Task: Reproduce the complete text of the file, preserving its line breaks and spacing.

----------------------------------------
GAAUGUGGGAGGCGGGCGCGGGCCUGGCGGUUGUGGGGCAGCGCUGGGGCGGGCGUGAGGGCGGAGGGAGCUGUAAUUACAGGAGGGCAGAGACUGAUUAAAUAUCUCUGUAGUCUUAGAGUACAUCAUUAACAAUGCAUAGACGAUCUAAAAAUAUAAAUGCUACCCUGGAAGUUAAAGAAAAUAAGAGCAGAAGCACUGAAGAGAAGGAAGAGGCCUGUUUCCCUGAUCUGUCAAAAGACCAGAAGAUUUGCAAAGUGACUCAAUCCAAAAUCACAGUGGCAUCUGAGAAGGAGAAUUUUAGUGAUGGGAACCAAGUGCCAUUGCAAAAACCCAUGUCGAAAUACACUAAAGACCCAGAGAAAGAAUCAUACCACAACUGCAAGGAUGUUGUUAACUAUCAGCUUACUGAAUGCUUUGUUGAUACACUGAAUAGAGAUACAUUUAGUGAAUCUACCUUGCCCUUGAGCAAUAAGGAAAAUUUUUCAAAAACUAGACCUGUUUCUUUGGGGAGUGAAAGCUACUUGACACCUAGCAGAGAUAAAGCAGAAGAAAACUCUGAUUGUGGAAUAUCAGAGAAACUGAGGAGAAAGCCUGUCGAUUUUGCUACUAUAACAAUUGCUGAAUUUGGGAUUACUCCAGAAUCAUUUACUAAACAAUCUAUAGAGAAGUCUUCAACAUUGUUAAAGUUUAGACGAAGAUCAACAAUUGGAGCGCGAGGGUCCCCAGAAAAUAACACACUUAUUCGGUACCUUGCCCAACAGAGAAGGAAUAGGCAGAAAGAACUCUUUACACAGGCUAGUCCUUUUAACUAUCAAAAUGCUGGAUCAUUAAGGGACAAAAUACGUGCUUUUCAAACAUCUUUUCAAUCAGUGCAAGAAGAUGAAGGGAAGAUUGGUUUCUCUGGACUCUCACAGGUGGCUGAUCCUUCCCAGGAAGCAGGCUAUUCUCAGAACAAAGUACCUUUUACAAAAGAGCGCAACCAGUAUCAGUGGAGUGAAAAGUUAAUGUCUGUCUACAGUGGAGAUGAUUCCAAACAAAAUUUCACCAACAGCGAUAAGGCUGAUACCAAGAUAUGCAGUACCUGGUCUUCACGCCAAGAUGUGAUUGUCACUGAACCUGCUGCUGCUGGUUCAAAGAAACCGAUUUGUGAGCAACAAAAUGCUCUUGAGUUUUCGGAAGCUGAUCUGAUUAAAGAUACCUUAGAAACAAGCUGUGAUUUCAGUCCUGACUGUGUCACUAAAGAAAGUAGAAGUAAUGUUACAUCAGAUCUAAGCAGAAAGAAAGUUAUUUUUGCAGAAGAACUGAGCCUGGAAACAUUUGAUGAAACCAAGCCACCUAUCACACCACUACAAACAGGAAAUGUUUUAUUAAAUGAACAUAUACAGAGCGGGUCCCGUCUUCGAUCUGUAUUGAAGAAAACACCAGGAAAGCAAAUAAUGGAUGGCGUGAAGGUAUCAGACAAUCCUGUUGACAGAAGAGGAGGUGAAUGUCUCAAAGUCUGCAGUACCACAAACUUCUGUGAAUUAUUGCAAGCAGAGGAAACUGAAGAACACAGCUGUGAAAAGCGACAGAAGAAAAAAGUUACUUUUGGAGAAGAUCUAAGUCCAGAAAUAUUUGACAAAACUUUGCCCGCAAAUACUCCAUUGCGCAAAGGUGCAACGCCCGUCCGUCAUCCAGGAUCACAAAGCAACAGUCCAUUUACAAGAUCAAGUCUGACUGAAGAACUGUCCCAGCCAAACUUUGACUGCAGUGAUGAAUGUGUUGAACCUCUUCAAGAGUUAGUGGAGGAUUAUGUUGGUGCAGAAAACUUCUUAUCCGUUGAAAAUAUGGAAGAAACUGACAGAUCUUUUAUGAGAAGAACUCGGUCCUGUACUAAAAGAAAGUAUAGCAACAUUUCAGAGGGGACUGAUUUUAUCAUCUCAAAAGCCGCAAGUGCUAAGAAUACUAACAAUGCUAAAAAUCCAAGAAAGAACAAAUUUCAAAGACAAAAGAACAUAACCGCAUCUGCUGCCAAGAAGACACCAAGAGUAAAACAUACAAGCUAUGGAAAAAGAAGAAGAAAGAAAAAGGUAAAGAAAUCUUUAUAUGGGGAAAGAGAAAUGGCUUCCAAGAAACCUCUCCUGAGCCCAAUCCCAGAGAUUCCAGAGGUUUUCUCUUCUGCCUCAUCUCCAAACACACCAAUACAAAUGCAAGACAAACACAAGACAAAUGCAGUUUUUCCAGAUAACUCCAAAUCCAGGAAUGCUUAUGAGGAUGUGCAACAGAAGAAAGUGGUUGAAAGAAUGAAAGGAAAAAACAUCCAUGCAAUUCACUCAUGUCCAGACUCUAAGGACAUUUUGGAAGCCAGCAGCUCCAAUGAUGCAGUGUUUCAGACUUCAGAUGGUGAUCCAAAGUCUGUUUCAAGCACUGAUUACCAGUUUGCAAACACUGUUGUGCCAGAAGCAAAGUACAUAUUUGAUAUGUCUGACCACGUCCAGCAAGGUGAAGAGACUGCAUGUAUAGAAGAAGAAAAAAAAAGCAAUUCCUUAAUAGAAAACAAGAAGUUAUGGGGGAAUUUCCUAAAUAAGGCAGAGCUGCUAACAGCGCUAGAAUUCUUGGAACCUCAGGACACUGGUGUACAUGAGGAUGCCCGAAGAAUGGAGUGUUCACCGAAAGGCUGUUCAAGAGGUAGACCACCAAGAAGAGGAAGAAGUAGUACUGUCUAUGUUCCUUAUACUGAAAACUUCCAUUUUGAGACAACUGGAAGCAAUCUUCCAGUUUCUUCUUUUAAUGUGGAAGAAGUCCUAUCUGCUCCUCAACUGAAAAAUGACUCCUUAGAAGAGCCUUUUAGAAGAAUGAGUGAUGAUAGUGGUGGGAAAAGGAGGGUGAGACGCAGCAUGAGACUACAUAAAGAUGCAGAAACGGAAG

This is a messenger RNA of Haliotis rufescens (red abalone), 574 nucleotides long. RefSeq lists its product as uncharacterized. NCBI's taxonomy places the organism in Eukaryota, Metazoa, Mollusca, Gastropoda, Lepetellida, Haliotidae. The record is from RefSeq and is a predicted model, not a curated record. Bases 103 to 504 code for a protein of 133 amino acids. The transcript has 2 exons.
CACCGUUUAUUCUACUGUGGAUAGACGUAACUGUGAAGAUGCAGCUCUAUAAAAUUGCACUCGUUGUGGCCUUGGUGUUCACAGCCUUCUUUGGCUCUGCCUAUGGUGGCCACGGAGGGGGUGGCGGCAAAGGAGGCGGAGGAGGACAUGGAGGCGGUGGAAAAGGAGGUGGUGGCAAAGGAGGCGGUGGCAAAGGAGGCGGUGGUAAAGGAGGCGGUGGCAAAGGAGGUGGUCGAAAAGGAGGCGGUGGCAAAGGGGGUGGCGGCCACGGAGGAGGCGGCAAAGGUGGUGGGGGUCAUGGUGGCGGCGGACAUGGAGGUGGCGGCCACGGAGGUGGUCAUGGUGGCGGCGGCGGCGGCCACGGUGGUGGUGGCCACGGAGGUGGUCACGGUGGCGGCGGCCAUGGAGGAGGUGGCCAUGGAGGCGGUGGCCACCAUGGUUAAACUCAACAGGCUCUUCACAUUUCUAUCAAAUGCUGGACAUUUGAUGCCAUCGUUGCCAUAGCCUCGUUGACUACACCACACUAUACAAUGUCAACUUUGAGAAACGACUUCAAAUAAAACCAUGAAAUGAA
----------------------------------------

GAAUGUGGGAGGCGGGCGCGGGCCUGGCGGUUGUGGGGCAGCGCUGGGGCGGGCGUGAGGGCGGAGGGAGCUGUAAUUACAGGAGGGCAGAGACUGAUUAAAUAUCUCUGUAGUCUUAGAGUACAUCAUUAACAAUGCAUAGACGAUCUAAAAAUAUAAAUGCUACCCUGGAAGUUAAAGAAAAUAAGAGCAGAAGCACUGAAGAGAAGGAAGAGGCCUGUUUCCCUGAUCUGUCAAAAGACCAGAAGAUUUGCAAAGUGACUCAAUCCAAAAUCACAGUGGCAUCUGAGAAGGAGAAUUUUAGUGAUGGGAACCAAGUGCCAUUGCAAAAACCCAUGUCGAAAUACACUAAAGACCCAGAGAAAGAAUCAUACCACAACUGCAAGGAUGUUGUUAACUAUCAGCUUACUGAAUGCUUUGUUGAUACACUGAAUAGAGAUACAUUUAGUGAAUCUACCUUGCCCUUGAGCAAUAAGGAAAAUUUUUCAAAAACUAGACCUGUUUCUUUGGGGAGUGAAAGCUACUUGACACCUAGCAGAGAUAAAGCAGAAGAAAACUCUGAUUGUGGAAUAUCAGAGAAACUGAGGAGAAAGCCUGUCGAUUUUGCUACUAUAACAAUUGCUGAAUUUGGGAUUACUCCAGAAUCAUUUACUAAACAAUCUAUAGAGAAGUCUUCAACAUUGUUAAAGUUUAGACGAAGAUCAACAAUUGGAGCGCGAGGGUCCCCAGAAAAUAACACACUUAUUCGGUACCUUGCCCAACAGAGAAGGAAUAGGCAGAAAGAACUCUUUACACAGGCUAGUCCUUUUAACUAUCAAAAUGCUGGAUCAUUAAGGGACAAAAUACGUGCUUUUCAAACAUCUUUUCAAUCAGUGCAAGAAGAUGAAGGGAAGAUUGGUUUCUCUGGACUCUCACAGGUGGCUGAUCCUUCCCAGGAAGCAGGCUAUUCUCAGAACAAAGUACCUUUUACAAAAGAGCGCAACCAGUAUCAGUGGAGUGAAAAGUUAAUGUCUGUCUACAGUGGAGAUGAUUCCAAACAAAAUUUCACCAACAGCGAUAAGGCUGAUACCAAGAUAUGCAGUACCUGGUCUUCACGCCAAGAUGUGAUUGUCACUGAACCUGCUGCUGCUGGUUCAAAGAAACCGAUUUGUGAGCAACAAAAUGCUCUUGAGUUUUCGGAAGCUGAUCUGAUUAAAGAUACCUUAGAAACAAGCUGUGAUUUCAGUCCUGACUGUGUCACUAAAGAAAGUAGAAGUAAUGUUACAUCAGAUCUAAGCAGAAAGAAAGUUAUUUUUGCAGAAGAACUGAGCCUGGAAACAUUUGAUGAAACCAAGCCACCUAUCACACCACUACAAACAGGAAAUGUUUUAUUAAAUGAACAUAUACAGAGCGGGUCCCGUCUUCGAUCUGUAUUGAAGAAAACACCAGGAAAGCAAAUAAUGGAUGGCGUGAAGGUAUCAGACAAUCCUGUUGACAGAAGAGGAGGUGAAUGUCUCAAAGUCUGCAGUACCACAAACUUCUGUGAAUUAUUGCAAGCAGAGGAAACUGAAGAACACAGCUGUGAAAAGCGACAGAAGAAAAAAGUUACUUUUGGAGAAGAUCUAAGUCCAGAAAUAUUUGACAAAACUUUGCCCGCAAAUACUCCAUUGCGCAAAGGUGCAACGCCCGUCCGUCAUCCAGGAUCACAAAGCAACAGUCCAUUUACAAGAUCAAGUCUGACUGAAGAACUGUCCCAGCCAAACUUUGACUGCAGUGAUGAAUGUGUUGAACCUCUUCAAGAGUUAGUGGAGGAUUAUGUUGGUGCAGAAAACUUCUUAUCCGUUGAAAAUAUGGAAGAAACUGACAGAUCUUUUAUGAGAAGAACUCGGUCCUGUACUAAAAGAAAGUAUAGCAACAUUUCAGAGGGGACUGAUUUUAUCAUCUCAAAAGCCGCAAGUGCUAAGAAUACUAACAAUGCUAAAAAUCCAAGAAAGAACAAAUUUCAAAGACAAAAGAACAUAACCGCAUCUGCUGCCAAGAAGACACCAAGAGUAAAACAUACAAGCUAUGGAAAAAGAAGAAGAAAGAAAAAGGUAAAGAAAUCUUUAUAUGGGGAAAGAGAAAUGGCUUCCAAGAAACCUCUCCUGAGCCCAAUCCCAGAGAUUCCAGAGGUUUUCUCUUCUGCCUCAUCUCCAAACACACCAAUACAAAUGCAAGACAAACACAAGACAAAUGCAGUUUUUCCAGAUAACUCCAAAUCCAGGAAUGCUUAUGAGGAUGUGCAACAGAAGAAAGUGGUUGAAAGAAUGAAAGGAAAAAACAUCCAUGCAAUUCACUCAUGUCCAGACUCUAAGGACAUUUUGGAAGCCAGCAGCUCCAAUGAUGCAGUGUUUCAGACUUCAGAUGGUGAUCCAAAGUCUGUUUCAAGCACUGAUUACCAGUUUGCAAACACUGUUGUGCCAGAAGCAAAGUACAUAUUUGAUAUGUCUGACCACGUCCAGCAAGGUGAAGAGACUGCAUGUAUAGAAGAAGAAAAAAAAAGCAAUUCCUUAAUAGAAAACAAGAAGUUAUGGGGGAAUUUCCUAAAUAAGGCAGAGCUGCUAACAGCGCUAGAAUUCUUGGAACCUCAGGACACUGGUGUACAUGAGGAUGCCCGAAGAAUGGAGUGUUCACCGAAAGGCUGUUCAAGAGGUAGACCACCAAGAAGAGGAAGAAGUAGUACUGUCUAUGUUCCUUAUACUGAAAACUUCCAUUUUGAGACAACUGGAAGCAAUCUUCCAGUUUCUUCUUUUAAUGUGGAAGAAGUCCUAUCUGCUCCUCAACUGAAAAAUGACUCCUUAGAAGAGCCUUUUAGAAGAAUGAGUGAUGAUAGUGGUGGGAAAAGGAGGGUGAGACGCAGCAUGAGACUACAUAAAGAUGCAGAAACGGAAG

This is a messenger RNA of Haliotis rufescens (red abalone), 574 nucleotides long. RefSeq lists its product as uncharacterized. NCBI's taxonomy places the organism in Eukaryota, Metazoa, Mollusca, Gastropoda, Lepetellida, Haliotidae. The record is from RefSeq and is a predicted model, not a curated record. Bases 103 to 504 code for a protein of 133 amino acids. The transcript has 2 exons.
CACCGUUUAUUCUACUGUGGAUAGACGUAACUGUGAAGAUGCAGCUCUAUAAAAUUGCACUCGUUGUGGCCUUGGUGUUCACAGCCUUCUUUGGCUCUGCCUAUGGUGGCCACGGAGGGGGUGGCGGCAAAGGAGGCGGAGGAGGACAUGGAGGCGGUGGAAAAGGAGGUGGUGGCAAAGGAGGCGGUGGCAAAGGAGGCGGUGGUAAAGGAGGCGGUGGCAAAGGAGGUGGUCGAAAAGGAGGCGGUGGCAAAGGGGGUGGCGGCCACGGAGGAGGCGGCAAAGGUGGUGGGGGUCAUGGUGGCGGCGGACAUGGAGGUGGCGGCCACGGAGGUGGUCAUGGUGGCGGCGGCGGCGGCCACGGUGGUGGUGGCCACGGAGGUGGUCACGGUGGCGGCGGCCAUGGAGGAGGUGGCCAUGGAGGCGGUGGCCACCAUGGUUAAACUCAACAGGCUCUUCACAUUUCUAUCAAAUGCUGGACAUUUGAUGCCAUCGUUGCCAUAGCCUCGUUGACUACACCACACUAUACAAUGUCAACUUUGAGAAACGACUUCAAAUAAAACCAUGAAAUGAA